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dancing through seattle.

Fresh fish at Pike's Place Market in Seattle.

Ketchup time! I wanted to wait to post till after my weekend in Seattle because I knew there'd be more than plenty to share after that.

Though I had some fulfilling, sweet, and dreamy moments in the city, I also experienced a persistent nag of sadness, and a sort of too-much-ness, a desire to get back to work and accomplish, do, have routine and grounding to hold on to. Part of me just wanted to get back and keep working on stuff, because it's been really good to do so, and I've felt most fulfilled and happy when working on my writing and poetry. So I'll talk about that stuff, and then I'll get to the flashy experiences and Instagram-worthy footage of the festival. I really felt though that the Real Stuff has been sort of behind the curtain of the circus instead of the circus itself.

Can you see it in my eyes?

It's been so good to talk to people about sex. I mentioned in a previous post that I'm working on a piece for Crazy Wisdom about the state of sexual health education in Ann Arbor and the greater Southeast Michigan area. Well, I've been working on reaching out to and interviewing folks and collecting data these past couple weeks, and haven't felt so much passion about something in a while. In case you were wondering, so far, the data is showing that sexual health education in Michigan in general is far from adequate in preparing youth for the realities of maintaining healthy, mature relationships. As it stands, the only requirement for public schools in Michigan to teach regarding Sex Education is HIV and other communicable diseases. Nothing about pleasure, nothing about LGBTQA+ relationships, gender queerness and non-cisgender gender identification, nothing about actual sex, nothing about birth control options (except for that abstinence should be emphasized as the best way to prevent unwanted pregnancy), nothing about pregnancy, nothing about pleasure, and nothing about having healthy, non-toxic relationships. Additionally, parents can choose to exclude their children, by law, even from the minimal amount of sex education that they might be provided with. And the education you receive is totally dependent on what school district you live in; that could mean that someone down the road is getting an excellent sex education, while their friend one district over is having a completely different experience. Michigan does, however, require that if additional information about sexual health is provided, it must not be medically inaccurate - some states do not even have this as a requirement, believe it or not. For more on all this, stay tuned for my article to air. But hopefully that gives you some idea of the legislation and current state of education that children are getting about their bodies in 2023. Not much has changed since I was a kid, seemingly.

Excerpt from Gender Queer: A Memoir, by Maia Kobabe

However, I've had the honor to connect with sexual health educators, sex therapists, and advocates for sexual health and ending domestic and sexual violence the past few weeks, and have seen some real glimmers of hope as to what the future may hold for sexual health education, and even what is already provided at present outside of the public school system in Michigan. It's been an absolute privilege to speak with these experts, to hear their perspectives, their dreams, their passion. That's been bringing me a lot of joy these days. I also recently read Maia Kobabe's memoir, Gender Queer, which I would highly recommend to anyone who is struggling with their own gender identity, is close with someone who is struggling with this, or, well, anyone, really. It's a short read, and is written in graphic novel format so it is very accessible. I've also just started reading The Body Is Not An Apology: The Power of Radical Self-Love by Sonya Renee Taylor and also think that anyone and everyone should read it. So I've done a bit of a deep dive into gender, sexuality, and sexual health education in general the past few weeks, and am absolutely loving it.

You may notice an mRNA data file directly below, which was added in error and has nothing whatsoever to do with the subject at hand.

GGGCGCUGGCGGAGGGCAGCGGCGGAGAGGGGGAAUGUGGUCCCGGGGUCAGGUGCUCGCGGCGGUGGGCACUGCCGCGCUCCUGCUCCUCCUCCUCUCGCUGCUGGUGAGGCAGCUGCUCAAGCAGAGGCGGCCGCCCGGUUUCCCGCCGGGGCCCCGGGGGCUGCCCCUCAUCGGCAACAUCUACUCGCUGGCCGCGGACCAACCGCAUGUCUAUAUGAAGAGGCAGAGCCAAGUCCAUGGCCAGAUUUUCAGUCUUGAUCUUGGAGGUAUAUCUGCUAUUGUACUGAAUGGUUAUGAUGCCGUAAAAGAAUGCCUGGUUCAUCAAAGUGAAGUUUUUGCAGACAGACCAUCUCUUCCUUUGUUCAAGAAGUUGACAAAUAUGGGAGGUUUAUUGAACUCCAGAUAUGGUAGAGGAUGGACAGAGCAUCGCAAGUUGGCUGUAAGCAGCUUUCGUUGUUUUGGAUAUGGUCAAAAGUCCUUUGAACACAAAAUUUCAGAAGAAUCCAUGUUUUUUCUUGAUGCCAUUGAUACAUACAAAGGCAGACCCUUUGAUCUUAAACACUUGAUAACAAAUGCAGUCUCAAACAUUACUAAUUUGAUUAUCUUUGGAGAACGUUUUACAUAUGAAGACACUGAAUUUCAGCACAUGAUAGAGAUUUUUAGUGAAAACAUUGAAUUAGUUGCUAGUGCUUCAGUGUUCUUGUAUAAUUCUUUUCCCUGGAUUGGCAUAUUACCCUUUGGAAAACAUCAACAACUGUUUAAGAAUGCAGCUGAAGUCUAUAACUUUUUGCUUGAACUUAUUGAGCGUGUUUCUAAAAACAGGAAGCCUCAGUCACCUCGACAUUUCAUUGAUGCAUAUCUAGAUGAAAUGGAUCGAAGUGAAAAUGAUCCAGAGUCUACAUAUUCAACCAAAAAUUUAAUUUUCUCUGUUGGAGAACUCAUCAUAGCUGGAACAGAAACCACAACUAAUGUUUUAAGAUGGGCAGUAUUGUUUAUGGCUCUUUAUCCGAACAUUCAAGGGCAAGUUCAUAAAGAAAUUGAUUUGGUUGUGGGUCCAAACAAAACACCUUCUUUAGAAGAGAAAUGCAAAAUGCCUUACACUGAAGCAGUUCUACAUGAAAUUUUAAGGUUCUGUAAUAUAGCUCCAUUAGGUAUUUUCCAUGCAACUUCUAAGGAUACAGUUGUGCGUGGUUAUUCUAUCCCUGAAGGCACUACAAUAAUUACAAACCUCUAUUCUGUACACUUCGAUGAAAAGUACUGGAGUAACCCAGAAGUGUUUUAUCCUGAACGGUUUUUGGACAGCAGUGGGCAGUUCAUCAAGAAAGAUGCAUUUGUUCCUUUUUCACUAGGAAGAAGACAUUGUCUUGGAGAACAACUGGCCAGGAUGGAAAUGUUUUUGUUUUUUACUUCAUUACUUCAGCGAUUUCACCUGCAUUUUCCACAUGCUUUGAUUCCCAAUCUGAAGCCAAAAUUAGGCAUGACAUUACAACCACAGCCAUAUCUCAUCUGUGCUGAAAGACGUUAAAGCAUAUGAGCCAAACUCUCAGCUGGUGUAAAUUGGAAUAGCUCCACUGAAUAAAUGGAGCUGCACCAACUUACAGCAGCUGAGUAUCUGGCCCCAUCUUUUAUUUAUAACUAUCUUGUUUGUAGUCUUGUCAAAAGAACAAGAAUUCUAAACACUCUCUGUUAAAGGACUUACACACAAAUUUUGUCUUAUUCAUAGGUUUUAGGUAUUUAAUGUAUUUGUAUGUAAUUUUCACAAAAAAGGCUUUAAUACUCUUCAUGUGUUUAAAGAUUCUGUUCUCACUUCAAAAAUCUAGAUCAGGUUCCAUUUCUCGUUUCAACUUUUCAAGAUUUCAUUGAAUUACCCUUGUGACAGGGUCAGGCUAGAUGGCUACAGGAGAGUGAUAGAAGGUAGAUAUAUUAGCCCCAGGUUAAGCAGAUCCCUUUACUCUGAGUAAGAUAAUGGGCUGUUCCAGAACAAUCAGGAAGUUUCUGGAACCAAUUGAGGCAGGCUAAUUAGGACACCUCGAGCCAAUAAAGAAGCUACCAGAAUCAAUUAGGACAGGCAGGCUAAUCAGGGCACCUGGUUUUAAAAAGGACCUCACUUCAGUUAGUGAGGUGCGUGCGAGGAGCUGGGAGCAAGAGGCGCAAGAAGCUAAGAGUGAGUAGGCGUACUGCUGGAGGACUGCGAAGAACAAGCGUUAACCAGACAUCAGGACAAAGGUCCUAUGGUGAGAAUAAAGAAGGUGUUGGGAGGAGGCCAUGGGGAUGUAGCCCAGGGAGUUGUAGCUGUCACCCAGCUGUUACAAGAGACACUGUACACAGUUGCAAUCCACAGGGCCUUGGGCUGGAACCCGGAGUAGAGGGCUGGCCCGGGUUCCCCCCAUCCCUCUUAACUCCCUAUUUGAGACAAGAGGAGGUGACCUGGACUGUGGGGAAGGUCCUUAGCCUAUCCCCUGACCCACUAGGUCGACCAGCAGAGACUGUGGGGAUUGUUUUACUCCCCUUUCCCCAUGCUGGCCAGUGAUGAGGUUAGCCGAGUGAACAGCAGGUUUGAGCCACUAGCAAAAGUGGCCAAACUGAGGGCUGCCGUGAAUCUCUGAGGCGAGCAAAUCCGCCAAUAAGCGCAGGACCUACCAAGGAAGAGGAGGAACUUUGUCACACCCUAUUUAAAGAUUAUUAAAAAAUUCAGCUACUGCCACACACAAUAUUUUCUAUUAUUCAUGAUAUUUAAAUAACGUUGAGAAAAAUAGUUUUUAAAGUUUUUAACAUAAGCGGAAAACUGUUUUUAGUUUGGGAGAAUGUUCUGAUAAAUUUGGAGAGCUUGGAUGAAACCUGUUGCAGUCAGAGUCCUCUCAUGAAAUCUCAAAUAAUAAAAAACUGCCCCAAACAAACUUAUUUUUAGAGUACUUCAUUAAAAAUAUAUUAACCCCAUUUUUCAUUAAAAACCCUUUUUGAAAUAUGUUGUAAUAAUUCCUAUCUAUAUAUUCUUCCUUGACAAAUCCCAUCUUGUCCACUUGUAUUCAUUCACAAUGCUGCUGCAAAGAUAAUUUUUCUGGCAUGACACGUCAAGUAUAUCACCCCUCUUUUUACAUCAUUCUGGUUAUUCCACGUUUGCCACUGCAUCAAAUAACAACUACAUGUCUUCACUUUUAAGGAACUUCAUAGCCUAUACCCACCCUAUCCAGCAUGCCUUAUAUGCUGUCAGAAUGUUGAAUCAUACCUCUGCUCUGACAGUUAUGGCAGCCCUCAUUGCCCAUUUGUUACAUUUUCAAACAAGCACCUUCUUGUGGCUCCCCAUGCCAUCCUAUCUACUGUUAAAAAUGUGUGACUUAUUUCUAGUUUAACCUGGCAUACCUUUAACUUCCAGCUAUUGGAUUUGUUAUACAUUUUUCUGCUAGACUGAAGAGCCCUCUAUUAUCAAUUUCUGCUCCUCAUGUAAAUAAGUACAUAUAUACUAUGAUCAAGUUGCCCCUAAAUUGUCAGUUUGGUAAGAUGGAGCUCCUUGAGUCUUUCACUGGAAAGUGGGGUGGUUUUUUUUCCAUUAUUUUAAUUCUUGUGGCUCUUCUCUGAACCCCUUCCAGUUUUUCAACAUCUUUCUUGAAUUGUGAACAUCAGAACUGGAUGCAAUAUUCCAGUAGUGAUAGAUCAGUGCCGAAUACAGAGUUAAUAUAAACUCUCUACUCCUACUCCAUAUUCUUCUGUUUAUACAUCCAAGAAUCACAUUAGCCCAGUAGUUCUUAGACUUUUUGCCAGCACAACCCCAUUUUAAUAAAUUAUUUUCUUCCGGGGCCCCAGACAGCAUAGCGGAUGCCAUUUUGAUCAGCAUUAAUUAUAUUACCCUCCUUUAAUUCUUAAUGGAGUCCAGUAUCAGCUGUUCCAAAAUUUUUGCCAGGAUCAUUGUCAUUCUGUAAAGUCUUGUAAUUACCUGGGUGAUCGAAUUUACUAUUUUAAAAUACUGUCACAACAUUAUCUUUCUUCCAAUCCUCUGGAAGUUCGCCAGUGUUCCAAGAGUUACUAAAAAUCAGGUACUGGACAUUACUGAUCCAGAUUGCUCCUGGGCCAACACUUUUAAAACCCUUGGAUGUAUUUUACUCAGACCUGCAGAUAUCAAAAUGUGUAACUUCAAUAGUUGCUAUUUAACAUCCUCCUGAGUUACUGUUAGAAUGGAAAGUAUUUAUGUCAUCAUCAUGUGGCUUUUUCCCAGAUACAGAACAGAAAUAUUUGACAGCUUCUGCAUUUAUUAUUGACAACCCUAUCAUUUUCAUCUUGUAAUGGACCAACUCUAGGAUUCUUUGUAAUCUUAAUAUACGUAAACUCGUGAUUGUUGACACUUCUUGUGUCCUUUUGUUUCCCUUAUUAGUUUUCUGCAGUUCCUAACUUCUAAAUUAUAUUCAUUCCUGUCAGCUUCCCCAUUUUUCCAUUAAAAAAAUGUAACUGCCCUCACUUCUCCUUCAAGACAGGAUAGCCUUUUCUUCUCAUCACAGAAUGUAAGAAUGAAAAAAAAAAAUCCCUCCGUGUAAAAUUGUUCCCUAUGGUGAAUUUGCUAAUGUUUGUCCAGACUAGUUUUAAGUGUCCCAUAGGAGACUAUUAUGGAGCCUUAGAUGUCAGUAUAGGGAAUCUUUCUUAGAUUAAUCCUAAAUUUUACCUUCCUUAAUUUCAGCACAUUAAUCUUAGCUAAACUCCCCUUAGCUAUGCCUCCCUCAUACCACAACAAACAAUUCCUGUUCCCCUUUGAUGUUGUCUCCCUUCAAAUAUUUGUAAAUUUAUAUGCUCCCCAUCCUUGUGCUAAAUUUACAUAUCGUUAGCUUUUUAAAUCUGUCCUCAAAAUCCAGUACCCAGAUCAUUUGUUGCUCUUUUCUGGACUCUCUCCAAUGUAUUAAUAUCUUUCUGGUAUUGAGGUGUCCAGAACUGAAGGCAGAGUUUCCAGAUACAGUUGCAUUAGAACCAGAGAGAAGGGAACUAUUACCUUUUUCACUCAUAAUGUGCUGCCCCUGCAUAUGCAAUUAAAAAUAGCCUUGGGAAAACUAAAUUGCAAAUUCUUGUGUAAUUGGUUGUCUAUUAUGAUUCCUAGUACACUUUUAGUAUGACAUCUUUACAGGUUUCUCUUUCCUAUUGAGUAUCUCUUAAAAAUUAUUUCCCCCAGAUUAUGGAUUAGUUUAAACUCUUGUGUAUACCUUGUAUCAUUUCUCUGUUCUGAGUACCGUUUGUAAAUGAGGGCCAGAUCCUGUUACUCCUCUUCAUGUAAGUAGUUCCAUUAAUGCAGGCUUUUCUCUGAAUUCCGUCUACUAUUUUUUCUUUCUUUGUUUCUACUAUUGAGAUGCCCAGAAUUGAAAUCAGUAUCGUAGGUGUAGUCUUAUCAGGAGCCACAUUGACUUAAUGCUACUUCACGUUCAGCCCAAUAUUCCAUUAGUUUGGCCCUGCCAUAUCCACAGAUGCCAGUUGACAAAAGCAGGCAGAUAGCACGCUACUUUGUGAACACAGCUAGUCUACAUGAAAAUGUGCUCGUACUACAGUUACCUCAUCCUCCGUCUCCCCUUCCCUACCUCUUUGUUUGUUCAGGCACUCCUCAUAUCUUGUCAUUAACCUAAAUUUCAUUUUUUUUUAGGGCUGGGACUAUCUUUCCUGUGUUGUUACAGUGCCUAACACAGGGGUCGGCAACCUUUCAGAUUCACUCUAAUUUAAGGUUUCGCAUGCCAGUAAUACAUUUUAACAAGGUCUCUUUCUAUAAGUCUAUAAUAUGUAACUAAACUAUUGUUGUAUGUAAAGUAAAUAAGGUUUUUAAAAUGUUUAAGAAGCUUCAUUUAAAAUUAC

A fun guy spotted at Gabriel Park!

Other than talking/reading/writing about sex, here are some other things I've been up to:

1) Visiting some cats and giving them some wuv and playtime at a nearby animal shelter (and them giving me comfort and wuv in return).

2) My pal Trevor was in town the other weekend and we hiked around Forest Park, the biggest city park I think in the States(??). Saw a woodpecker friend which was either a Downy or Hairy. I always forget which is which.

3) A night of dinner, ping pong, engaging conversation, and movie time with the Goldblatts.

4) I made a yummy quinoa bean salad that was so large it provided all my lunches over a week.

5) A series of adventures with Rachel last Wednesday; bouldering, queer salsa, dinner at Guero (An awesome Mexican place, 5 stars for sure), Fifty Licks ice cream (sesame and lemon coconut cream for me), and a dance rave at Mt. Tabor (which has happened every Wednesday night since the advent of Covid).

Van life for a day.

Now comes the Seattle saga that I promised.

Friday around 9pm, Sue and I got on the road, stopping at a rest area for the night. It was my first van life experience, and I gotta say, it wouldn't have been bad, but I got so hot in my sleeping bag I was all sweaty and then I got chilled and overall didn't sleep great. It would've been fine if I'da just brought a light blanket. Note to future self.

Fresh seafood, views from the pier, and a market stall brimming with fresh veggies.

We drove the rest of the way the next morning and found ourselves in Seattle City Center in no time. The festival was a bit overwhelming for me to be entirely honest; there was so much going on, music everywhere, people everywhere, so much stimulation. A couple times I felt the need to find a quiet place to go and collect myself. But the events I did attend were such fun overall, it seems like the price you pay for festivals I suppose; lots of awesome stuff happening all at once with not a lot of time in between for processing and transitioning. So you kind of just stuff yourself at the buffet, and tell yourself you'll fast for a week or two afterwards, and that it'll be fine that way.